|Minjung Jung and Ji Yung Lee at uilliard Morse Hall|
Last night was a chance for Ji Yung Lee to shine with dual artistry. She appeared first as a singer, offering three selections from Richard Strauss' Mädchenblumen in which the text compares different flowers to different types of women. This is an opportunity for the singer to exhibit different colors and moods, which this lovely soprano had no difficulty achieving.
Her bright soprano sounded beautiful in the upper register, but we could best appreciate her facility with German in "Epheu" which has a lower tessitura. Our only complaint was the use of the music stand. This loathed piece of stage furniture was used for the entire recital, to our dismay. The collaborative pianist for the Strauss was the excellent Minjung Jung.
For the remainder of the program, Ms. Lee served as collaborative pianist; it would be an understatement to say that we are impressed when an artist can do justice to two fields.
Her accompaniment of bass William Guanbo Su was excellent; she has a real feel for Brahms. We confess to a certain antipathy for this composer's Vier Ernste Gesänge largely due to their pious nature. The Bible comes in last in our appreciation of literature. We far prefer the sanguine Brahms with his lighthearted folk songs and ironic romantic despair.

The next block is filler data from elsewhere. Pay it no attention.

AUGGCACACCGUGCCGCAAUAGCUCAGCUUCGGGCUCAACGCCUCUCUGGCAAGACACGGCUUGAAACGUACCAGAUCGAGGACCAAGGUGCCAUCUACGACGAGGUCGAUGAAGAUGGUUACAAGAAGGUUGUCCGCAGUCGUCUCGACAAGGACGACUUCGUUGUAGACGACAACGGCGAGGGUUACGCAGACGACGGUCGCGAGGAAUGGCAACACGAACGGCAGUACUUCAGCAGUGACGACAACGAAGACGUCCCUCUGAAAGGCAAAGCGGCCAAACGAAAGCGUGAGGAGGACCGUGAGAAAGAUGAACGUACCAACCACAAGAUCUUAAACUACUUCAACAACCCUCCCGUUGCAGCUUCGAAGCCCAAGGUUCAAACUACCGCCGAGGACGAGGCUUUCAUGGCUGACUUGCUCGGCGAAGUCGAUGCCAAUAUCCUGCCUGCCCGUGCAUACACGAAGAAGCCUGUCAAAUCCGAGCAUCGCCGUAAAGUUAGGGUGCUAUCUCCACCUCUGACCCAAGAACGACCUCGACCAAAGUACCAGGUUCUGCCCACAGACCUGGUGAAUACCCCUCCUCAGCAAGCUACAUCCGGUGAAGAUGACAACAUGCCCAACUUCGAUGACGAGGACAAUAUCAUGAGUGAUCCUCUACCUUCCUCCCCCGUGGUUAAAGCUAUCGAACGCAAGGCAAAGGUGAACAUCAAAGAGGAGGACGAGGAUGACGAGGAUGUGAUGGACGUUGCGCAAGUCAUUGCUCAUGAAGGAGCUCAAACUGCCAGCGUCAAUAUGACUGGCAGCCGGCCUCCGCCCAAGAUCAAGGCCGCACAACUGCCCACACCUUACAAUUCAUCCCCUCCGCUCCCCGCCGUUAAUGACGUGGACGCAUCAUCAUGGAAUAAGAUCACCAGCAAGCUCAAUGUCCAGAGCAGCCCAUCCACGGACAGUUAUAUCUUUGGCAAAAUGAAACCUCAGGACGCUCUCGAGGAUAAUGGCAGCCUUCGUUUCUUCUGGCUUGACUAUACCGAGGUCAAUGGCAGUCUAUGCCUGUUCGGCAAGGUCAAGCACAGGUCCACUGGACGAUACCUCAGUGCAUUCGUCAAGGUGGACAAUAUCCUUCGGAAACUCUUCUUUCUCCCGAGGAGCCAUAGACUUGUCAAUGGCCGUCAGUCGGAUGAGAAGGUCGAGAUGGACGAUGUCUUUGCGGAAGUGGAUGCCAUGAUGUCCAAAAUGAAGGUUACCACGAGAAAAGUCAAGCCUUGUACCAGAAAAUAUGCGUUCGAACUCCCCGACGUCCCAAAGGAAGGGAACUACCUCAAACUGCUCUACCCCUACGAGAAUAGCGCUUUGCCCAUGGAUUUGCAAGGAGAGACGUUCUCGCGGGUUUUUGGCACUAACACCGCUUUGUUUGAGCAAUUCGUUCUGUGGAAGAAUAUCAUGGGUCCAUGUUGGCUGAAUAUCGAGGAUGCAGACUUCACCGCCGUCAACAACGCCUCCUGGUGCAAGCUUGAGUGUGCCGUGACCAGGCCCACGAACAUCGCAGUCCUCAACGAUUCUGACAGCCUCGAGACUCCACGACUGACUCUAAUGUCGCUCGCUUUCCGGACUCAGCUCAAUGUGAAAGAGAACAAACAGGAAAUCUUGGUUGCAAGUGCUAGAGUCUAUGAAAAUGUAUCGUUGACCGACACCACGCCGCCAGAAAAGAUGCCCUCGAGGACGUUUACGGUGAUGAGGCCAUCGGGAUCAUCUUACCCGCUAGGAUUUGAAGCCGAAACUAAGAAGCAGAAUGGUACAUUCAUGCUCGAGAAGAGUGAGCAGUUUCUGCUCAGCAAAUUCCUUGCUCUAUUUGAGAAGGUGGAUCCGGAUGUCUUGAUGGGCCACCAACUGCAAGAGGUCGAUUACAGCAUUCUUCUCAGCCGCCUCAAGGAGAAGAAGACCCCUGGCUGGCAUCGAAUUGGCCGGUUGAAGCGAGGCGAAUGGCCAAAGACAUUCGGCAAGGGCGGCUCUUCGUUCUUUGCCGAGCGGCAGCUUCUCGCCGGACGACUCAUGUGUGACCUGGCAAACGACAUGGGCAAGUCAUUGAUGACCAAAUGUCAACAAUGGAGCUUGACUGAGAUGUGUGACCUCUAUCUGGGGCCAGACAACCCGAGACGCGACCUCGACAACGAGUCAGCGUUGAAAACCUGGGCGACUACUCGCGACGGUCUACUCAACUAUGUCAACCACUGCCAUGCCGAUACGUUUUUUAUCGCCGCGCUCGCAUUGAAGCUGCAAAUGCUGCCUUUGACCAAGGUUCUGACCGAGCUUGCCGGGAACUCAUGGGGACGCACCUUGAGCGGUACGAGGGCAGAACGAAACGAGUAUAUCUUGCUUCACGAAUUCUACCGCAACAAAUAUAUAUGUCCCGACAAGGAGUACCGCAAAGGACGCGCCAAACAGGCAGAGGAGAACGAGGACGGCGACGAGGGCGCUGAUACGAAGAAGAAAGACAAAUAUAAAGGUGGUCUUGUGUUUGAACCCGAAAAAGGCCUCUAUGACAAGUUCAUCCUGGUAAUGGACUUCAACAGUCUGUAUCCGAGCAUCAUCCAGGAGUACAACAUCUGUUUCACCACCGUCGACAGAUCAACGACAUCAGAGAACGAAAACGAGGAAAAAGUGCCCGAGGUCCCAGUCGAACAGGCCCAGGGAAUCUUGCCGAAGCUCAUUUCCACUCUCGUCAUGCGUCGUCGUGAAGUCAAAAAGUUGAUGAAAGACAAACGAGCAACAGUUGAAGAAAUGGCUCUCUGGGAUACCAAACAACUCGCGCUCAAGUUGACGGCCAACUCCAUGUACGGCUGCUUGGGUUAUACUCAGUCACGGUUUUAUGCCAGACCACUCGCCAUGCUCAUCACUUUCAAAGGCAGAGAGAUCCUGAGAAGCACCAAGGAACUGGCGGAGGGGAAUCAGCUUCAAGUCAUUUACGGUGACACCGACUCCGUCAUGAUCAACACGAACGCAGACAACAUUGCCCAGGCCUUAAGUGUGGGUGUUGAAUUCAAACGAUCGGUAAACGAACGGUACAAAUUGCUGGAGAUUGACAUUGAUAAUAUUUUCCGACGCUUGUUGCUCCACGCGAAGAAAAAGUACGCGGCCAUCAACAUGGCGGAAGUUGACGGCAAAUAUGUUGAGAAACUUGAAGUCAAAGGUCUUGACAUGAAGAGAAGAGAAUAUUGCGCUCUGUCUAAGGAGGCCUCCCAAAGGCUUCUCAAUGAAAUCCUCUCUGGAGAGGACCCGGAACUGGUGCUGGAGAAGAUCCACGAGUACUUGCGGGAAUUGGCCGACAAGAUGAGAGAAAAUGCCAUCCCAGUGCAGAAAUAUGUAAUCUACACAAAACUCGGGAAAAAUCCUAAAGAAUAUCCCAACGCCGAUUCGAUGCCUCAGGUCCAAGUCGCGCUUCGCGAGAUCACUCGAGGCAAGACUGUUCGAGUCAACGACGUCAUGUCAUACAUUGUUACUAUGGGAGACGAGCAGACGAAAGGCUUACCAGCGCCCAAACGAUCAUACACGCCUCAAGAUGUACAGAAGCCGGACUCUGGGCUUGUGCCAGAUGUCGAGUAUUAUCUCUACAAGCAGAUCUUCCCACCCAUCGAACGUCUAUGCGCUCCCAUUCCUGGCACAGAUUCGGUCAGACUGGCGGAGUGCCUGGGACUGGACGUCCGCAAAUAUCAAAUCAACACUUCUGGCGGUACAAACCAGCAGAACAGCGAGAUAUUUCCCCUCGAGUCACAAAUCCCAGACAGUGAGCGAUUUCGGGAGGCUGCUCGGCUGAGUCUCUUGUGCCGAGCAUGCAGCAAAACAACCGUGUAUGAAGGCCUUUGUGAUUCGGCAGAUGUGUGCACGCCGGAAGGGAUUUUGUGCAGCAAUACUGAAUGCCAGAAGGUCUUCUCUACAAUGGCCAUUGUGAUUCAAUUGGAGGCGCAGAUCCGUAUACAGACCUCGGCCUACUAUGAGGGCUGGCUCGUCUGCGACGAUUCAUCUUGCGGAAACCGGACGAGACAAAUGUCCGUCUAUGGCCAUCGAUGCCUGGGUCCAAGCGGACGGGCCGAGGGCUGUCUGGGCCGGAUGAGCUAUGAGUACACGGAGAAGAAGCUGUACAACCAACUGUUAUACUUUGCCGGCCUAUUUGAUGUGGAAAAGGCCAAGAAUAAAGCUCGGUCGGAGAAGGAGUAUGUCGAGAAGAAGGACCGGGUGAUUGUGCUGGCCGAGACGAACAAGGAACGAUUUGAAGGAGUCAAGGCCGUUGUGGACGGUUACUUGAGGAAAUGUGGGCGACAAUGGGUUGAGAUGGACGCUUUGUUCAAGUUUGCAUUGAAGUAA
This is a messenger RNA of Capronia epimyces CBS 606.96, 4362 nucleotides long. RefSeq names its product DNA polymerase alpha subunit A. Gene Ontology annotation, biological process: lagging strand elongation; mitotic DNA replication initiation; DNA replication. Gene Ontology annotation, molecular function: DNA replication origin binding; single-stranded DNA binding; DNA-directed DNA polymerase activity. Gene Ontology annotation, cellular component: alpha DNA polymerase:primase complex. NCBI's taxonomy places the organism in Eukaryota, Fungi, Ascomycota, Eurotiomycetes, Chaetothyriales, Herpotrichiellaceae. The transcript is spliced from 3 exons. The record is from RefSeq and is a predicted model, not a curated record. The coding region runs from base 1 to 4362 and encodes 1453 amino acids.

That being said, a wonderful singer can nudge our appreciation in a positive direction and this was accomplished by Mr. Su whose richly textured instrument and expressive coloration went a long way toward alleviating the tedium of the preachy text. He was particularly fine in the lowest end of the register. Now, if only he could abandon the music stand!
If mezzo-soprano Marie Engle continued this connection-blocking habit, we were feeling more tolerant since she was a last minute replacement for the ailing Kady Evanyshyn. We are sure she has studied Schumann's Frauenliebe und -leben for some time, however, because she invested the work with all the various moods and colors called for by the text.
Ms. Engle has a pleasant voice quality and a fine command of German. Her interpretation of the earlier songs dealing with naiveté, excitement and girlish glee were right on point. That she was also able to convey shock and sorrow came as a surprise to us since that emotion is more difficult to convey by acting. In the final song, she employed a wider vibrato that added to the depiction of grief and despair.
It was in the affecting major/minor shifts that the two artists showed their stuff, leading to a very effective performance in spite of the music stand! We would love to hear this pair perform the same cycle off the book. Put it on my wishlist!
(c) meche kroop